Some of the acts have more substance than others. Unfortunately, many of the crowd pullers have never written a song about anything other than the ongoing career of their overactive groins. They don't appear that up on the issues that inspired that concert, and certainly haven't written much politically and socially inspiring material. Sex God Robbie Williams gets away with it, because he's the best at it. Swaggering and winking through "Let me Entertain You", kissing the girls in the front row and grinning at their shock, he's the ultimate pop performer.
The live sets are mostly a fantastic, fast moving education in what's happened in the last 30 years in British and American rock and pop. Stevie Wonder burns up the stage, bouncing on his piano stool, a stellar band behind him, blowing the audience away with songs that are actually about poverty and protest.
The biggest names' careers span decades, while some of the more lightweight current big sellers may not exist in a year. Former Libertines frontman Pete Doherty, for instance, if he doesn't lay off the smack and candy. His performance with Elton John is an embarrassing - um... shambles that suggests that - at least on the night - he was real gone. Listeners new to pop who don't know the old acts might be put off Neil Young a bit, who brings his averagely talented wife onstage to sing a featureless song. He may well be promoting his new album, but it sure didn't help his cause (or anyone's) to play the songs.
It's not all good. But that's more to do with the night that was, not the production or editing of the DVD, which is slickly put together. It features audience shots mainly from the Golden Circle (they should call it the Pink Circle - it's chock-a-block with white arms waving) and not much action from the back of the crowd but the music and its personalities are vividly captured. Extras include Pink Floyd rehearsing and other behind the scenes special features.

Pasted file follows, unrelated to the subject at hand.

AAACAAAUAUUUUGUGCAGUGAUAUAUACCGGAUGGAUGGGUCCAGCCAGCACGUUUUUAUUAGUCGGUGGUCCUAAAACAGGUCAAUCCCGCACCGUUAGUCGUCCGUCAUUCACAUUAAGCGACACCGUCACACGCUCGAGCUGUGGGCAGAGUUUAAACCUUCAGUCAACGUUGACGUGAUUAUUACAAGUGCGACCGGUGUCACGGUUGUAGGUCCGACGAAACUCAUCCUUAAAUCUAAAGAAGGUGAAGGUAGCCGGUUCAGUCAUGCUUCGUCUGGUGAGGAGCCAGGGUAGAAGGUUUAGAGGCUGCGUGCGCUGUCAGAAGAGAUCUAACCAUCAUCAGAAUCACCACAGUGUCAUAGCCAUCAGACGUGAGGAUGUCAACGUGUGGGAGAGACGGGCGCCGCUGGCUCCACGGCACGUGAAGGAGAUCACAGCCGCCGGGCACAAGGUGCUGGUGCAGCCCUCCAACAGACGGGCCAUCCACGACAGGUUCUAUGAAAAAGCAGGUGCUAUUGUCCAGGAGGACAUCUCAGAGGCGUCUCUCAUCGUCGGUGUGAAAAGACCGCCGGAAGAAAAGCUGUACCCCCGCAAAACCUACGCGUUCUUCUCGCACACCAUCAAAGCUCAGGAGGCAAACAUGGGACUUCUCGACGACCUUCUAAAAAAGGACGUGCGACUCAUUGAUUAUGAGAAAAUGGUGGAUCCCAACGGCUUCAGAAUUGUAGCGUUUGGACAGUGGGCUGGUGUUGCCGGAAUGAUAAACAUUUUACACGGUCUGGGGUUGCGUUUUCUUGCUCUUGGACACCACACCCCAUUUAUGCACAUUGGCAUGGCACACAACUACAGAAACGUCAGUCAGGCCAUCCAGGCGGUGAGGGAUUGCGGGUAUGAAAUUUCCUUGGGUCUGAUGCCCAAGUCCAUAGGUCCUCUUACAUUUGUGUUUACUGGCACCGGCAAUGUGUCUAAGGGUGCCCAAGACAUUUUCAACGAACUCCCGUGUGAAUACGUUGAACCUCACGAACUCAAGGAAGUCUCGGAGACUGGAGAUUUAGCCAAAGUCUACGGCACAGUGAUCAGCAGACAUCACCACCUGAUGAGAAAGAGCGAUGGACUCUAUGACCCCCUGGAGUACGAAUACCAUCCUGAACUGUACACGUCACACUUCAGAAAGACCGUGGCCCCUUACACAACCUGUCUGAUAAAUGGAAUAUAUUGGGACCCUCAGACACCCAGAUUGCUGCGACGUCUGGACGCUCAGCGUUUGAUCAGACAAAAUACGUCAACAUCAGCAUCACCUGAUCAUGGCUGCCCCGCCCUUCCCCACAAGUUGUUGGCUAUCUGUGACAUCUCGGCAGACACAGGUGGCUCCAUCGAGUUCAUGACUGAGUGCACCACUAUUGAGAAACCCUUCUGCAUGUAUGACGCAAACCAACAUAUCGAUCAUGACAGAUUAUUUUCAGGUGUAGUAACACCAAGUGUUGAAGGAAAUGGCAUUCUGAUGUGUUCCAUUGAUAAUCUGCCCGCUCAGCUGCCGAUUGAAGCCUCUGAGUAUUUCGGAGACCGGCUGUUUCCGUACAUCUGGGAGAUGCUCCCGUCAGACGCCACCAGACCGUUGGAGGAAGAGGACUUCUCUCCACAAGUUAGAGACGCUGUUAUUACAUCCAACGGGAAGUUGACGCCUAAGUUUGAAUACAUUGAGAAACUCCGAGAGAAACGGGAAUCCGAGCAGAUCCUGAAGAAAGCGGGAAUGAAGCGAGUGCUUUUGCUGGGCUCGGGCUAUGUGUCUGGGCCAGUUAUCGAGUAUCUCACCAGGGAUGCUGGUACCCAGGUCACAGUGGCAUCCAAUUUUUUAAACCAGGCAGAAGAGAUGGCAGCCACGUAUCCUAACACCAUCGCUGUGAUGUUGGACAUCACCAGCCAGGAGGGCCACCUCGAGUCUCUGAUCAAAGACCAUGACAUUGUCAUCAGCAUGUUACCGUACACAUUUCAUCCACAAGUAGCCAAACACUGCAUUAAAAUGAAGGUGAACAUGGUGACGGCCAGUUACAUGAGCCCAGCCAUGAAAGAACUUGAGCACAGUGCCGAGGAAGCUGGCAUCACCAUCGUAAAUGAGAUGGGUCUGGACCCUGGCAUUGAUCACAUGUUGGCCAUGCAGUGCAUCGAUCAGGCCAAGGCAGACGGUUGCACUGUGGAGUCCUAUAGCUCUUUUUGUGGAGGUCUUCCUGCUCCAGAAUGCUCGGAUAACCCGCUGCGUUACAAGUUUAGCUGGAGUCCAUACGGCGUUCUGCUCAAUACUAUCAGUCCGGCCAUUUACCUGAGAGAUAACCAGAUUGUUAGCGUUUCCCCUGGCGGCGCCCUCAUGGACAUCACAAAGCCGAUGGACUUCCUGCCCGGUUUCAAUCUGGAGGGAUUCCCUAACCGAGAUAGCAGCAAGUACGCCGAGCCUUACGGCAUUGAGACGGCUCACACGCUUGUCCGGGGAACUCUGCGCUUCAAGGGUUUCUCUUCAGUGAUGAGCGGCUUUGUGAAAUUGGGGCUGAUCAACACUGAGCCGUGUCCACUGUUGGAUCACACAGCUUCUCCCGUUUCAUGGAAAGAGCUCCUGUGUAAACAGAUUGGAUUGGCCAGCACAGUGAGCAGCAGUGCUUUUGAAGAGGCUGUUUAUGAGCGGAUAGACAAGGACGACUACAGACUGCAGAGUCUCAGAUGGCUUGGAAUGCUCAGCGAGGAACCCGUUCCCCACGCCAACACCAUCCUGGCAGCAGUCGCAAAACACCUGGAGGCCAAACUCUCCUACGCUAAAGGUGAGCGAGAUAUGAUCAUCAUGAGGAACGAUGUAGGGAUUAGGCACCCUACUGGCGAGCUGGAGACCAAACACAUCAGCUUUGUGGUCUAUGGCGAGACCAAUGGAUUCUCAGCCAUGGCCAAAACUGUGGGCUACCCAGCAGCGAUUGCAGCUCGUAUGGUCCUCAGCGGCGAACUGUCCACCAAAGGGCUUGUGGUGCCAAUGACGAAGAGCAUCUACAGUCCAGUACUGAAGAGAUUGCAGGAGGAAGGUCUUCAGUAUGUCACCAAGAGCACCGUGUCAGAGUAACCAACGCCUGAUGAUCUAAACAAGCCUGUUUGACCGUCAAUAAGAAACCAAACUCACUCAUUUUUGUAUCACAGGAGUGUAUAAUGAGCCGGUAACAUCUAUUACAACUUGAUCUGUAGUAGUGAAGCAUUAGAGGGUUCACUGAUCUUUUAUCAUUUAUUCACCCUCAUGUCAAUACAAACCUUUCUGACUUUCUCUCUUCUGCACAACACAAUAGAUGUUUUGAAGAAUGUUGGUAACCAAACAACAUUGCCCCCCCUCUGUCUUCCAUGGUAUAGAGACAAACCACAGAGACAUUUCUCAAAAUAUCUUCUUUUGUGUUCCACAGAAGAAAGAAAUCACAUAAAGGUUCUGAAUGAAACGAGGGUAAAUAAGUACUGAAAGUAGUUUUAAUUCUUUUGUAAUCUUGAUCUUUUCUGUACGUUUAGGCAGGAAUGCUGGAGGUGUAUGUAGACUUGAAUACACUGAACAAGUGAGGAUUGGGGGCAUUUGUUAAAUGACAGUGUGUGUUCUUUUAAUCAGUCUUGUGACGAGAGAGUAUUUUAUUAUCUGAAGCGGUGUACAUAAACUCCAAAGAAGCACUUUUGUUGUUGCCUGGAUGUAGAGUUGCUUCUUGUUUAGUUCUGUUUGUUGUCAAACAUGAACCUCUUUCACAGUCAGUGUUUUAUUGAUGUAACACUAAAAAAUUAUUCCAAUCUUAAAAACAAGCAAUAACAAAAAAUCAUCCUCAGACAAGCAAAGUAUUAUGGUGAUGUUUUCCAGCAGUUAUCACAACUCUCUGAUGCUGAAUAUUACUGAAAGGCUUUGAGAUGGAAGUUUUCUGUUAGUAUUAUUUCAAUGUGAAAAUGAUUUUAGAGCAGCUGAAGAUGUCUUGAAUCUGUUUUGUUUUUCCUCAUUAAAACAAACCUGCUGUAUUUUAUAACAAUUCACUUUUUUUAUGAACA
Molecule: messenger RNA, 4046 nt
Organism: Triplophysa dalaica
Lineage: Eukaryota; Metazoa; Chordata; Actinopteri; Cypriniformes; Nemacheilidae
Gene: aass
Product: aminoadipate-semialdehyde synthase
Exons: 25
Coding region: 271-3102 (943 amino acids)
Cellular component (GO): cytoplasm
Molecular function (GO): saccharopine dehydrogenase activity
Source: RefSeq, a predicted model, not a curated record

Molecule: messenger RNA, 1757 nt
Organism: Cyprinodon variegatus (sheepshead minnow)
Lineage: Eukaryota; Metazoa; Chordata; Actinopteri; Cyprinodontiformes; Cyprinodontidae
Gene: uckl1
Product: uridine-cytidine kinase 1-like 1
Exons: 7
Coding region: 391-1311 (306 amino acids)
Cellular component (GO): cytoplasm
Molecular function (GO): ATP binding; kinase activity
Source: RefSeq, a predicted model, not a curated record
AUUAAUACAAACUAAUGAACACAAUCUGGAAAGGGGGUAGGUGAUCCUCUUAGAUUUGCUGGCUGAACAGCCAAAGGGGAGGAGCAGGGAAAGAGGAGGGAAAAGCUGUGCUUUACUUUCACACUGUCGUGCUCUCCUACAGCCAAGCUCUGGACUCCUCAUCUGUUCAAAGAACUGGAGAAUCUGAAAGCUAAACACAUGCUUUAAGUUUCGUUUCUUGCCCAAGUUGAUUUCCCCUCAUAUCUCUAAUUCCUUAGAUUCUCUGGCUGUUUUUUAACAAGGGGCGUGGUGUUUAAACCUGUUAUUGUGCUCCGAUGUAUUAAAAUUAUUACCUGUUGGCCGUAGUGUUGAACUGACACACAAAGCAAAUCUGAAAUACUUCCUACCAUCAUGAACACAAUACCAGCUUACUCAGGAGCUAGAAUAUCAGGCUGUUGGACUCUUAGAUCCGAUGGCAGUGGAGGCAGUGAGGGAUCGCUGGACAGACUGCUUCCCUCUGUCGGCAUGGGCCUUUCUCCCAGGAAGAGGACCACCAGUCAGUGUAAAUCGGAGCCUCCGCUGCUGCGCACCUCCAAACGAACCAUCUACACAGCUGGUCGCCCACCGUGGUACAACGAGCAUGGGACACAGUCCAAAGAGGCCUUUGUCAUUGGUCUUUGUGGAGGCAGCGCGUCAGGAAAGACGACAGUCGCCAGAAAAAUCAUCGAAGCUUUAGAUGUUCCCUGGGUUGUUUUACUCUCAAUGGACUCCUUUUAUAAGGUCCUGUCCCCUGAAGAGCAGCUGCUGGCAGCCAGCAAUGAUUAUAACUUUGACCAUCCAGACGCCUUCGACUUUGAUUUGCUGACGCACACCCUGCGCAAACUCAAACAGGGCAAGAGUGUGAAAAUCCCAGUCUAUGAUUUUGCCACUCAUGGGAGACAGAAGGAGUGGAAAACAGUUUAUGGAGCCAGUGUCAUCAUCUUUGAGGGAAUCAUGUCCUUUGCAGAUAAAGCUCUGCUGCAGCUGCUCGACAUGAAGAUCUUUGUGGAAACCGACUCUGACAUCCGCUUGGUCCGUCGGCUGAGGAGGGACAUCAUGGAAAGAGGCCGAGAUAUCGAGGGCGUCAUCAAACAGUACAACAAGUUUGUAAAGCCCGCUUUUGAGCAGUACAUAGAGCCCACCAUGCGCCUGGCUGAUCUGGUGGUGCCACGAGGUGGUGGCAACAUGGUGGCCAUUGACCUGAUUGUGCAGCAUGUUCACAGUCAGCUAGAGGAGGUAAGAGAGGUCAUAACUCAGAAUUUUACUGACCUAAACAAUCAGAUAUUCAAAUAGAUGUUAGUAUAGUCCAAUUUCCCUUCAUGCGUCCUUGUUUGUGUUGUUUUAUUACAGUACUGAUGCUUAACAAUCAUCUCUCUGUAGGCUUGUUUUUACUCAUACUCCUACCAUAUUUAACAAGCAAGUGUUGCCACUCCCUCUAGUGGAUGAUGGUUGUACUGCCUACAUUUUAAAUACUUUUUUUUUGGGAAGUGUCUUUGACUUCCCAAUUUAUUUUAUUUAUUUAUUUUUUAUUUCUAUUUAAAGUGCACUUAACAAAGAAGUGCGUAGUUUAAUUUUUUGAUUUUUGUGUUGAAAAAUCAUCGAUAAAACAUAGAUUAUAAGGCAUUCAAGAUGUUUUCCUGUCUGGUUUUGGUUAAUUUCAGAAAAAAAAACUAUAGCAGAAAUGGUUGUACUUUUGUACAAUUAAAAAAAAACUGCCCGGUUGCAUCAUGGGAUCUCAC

If there's anything you don't dig, here's the good news: Skipping takes you from track to track and the annoying movie star appearances announcing the rock and pop stars are coded as individual tracks.
You can sit and watch this DVD. You can put it on at parties - it sure beats staring at the bookshelves. And it's for a good cause. Even if not much money reaches the people its meant to reach, 30 million people felt strongly enough to put their name on a list of those who demanded worldwide fiscal change.
Well, make that 30 million and 1. I signed up too. Go do the same here if you like - what harm can it possibly do? It only takes two minutes.
Buy the DVD set (it's about R479 for the 4 DVDS) at most good music stores.
- Jean Barker
For those who missed the 1980s: sincere congratulations to you. But even though you escaped unscathed, the people from that time live on, and in them live their memories. Live 8 is the latest project from one of these people - a guy called Bob Geldof.